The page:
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Mix of Memories Marks Second Anniversary

Hope trumps grief in Sept. 11 memorial service.

For the Rev. Leonard Hamlin, this Sept. 11 began with a rush of memories. Hamlin, pastor of the Macedonia Baptist Church, told the audience at Mount Olive Baptist Church, that Sept. 11, 2003, brought an early reminder of Sept. 11, 2001.

“I received a call on my cell phone from Maj. Tabitha Patterson, the wife of Maj. Clifford Patterson,” said Hamlin. “My day began with a memory of the conversations we had, and the conversations we continue to have.”

The interfaith church service, organized by Arlington’s Community Resilience Project, was itself a kind of conversation, a discussion carried on between the leaders of different faiths, survivors of the Sept. 11 terrorist attacks and community members who lived through the two-year-old tragedy. Starting at noon in Mount Olive, 1601 S. 13th Road, the service wrapped up shortly after two, following blessings in Sanskrit, Hebrew, Spanish and English.

“Terrorism knows no religion,” said Imam Johari Abdul-Malik, head of the Dar al-Hijra mosque in Falls Church. “There are no Jewish terrorists, no Christian terrorists, no Muslim terrorists. Any time you see killing, it’s a sin before God.”

In the face of fanaticism, Abdul-Malik offered an anagrammatic hope. “H is for Hard work, but we also have to have Humor,” he said. “O is Optimism, when we know God is in charge. … P is Patience, and Perseverance. But we also get a free gift: Endurance, the free gift the Almighty provides when we get a second wind.”

<b>ENDURANCE HELPED</b> draw out the real message of Sept. 11, said U.S. Rep. James Moran (D-8). In the days immediately after the attacks, he said, the prevailing attitude was immense grief, tempered by a lust for revenge.

“The terrorists thought that by destroying the World Trade towers, they would show us that even symbols of U.S. wealth and stature could be attacked,” said Moran. “At the Pentagon, they thought they would show us that even a sign of our might and power was vulnerable.”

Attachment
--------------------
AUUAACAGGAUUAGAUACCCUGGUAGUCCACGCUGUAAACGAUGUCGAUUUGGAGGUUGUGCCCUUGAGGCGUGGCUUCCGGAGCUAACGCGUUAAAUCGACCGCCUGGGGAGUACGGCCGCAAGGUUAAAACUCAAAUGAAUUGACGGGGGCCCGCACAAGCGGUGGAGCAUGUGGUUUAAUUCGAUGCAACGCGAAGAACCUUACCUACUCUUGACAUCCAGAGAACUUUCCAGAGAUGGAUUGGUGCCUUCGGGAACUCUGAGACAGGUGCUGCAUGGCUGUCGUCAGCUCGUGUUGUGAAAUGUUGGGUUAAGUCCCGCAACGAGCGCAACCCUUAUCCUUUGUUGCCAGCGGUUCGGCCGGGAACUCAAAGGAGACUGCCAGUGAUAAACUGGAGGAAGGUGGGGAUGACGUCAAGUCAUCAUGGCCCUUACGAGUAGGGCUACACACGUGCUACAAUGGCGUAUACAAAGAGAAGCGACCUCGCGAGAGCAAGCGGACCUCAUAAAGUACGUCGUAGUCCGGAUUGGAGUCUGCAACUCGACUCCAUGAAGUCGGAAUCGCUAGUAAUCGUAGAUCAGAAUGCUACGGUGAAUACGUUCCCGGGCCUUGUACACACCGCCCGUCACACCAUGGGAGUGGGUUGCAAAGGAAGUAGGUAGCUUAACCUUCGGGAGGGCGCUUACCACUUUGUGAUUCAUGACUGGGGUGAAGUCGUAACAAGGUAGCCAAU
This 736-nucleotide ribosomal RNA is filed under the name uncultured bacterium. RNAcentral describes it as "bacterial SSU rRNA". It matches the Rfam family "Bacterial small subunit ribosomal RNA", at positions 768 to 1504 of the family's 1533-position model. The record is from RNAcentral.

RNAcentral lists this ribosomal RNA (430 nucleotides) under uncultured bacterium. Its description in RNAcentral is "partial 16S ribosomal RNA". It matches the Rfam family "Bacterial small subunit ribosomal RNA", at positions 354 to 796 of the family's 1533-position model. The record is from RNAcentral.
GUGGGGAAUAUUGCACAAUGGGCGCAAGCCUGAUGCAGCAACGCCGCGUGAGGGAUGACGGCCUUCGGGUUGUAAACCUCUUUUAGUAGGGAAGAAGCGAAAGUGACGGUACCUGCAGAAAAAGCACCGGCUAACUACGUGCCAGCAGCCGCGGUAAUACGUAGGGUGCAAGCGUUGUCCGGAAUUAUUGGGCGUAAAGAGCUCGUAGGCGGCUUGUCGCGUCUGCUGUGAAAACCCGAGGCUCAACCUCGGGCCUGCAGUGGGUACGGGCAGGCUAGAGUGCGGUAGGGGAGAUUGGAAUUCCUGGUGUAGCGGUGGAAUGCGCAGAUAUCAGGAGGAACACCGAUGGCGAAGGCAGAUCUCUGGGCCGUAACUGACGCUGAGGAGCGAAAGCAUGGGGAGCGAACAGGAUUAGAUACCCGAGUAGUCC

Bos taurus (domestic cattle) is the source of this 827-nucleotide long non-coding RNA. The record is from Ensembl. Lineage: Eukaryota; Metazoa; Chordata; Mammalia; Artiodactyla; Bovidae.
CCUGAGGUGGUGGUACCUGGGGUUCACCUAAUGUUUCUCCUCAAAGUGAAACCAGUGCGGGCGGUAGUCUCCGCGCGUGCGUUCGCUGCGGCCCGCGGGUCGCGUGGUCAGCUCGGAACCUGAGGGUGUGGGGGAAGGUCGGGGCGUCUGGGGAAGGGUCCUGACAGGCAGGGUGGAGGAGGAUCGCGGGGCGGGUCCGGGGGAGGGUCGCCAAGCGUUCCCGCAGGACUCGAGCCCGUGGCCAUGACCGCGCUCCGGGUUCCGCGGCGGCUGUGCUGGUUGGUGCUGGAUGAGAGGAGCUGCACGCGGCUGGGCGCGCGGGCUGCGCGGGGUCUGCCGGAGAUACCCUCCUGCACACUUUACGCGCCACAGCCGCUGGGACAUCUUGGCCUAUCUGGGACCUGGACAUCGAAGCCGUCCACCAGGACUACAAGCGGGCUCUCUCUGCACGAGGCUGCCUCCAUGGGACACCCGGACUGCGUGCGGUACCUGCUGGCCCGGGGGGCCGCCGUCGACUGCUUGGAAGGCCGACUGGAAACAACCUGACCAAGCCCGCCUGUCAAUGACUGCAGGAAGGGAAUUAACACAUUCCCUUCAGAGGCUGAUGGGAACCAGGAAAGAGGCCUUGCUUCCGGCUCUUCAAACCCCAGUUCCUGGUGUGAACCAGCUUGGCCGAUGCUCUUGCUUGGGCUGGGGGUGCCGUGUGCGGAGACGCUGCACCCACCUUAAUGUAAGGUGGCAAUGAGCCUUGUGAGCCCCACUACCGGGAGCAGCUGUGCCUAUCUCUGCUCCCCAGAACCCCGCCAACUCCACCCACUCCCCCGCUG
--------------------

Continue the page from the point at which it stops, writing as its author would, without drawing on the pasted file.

But vulnerability and destruction, grief and vengeance were not the real messages of Sept. 11, he said. The real message was human resilience. “Our response has to be that we reach out to all potential victims, but also all potential terrorists, with a message of faith, hope and love,” said Moran. “That’s why a service like this is so important.”

Just before Moran spoke, County Board chair Paul Ferguson (D) asked the audience to observe a moment of silence.

“This is where the plane went by, almost right where it happened,” said Ferguson. “I would ask us to close our eyes and remember where we were two years ago.”

<b>AS PROOF OF</b> those memories, Linda Moore offered her own memories of Sept. 11, 2001. “Two years ago, I was running for my life,” said Moore. A Pentagon employee, she was sitting at her desk on that morning when the plane hit.

“I thought a bomb had hit,” Moore said. “Once, I thought the Pentagon was the safest place in the world. I don’t think that anymore. I’m no more special than the people who died.”

She told the audience how she waited to leave her office, knowing that her boss was trapped. Eventually she, and he, escaped into the Pentagon’s central courtyard. “I felt the presence of the Lord,” Moore said. “I felt a moment when I thought I was going to die. But I felt a presence, a presence like, ‘Peace be with you.’

This Sept. 11 was a day for Moore’s memories, said Hamlin. “Not just the painful memories, but memories of rising again,” he said. “We struggle trying to separate the good from the bad, the strong from the weak. But the truth is, some things are meant to be together.”

The good and the bad, he said, in memories of Sept. 11, are like two sides of a coin. As a child, Hamlin said, when he first learned to flip a coin, he flipped and flipped and flipped, “and it kept coming up the same way: tails.” He turned to his father, and asked if heads would ever come up.

“Flip it again.” Hamlin said his father told him, as the audience urged him on.

“So I did, and I flipped it some more, and eventually it came up heads,” Hamlin said. The audience cheered him on. “My father said, ‘I didn’t know when it would come up, but I knew it would.’”

So to people who can’t find good memories, the memories of a rebirth, Hamlin offered advice. “Keep on flipping,” he said, and the audience cheered.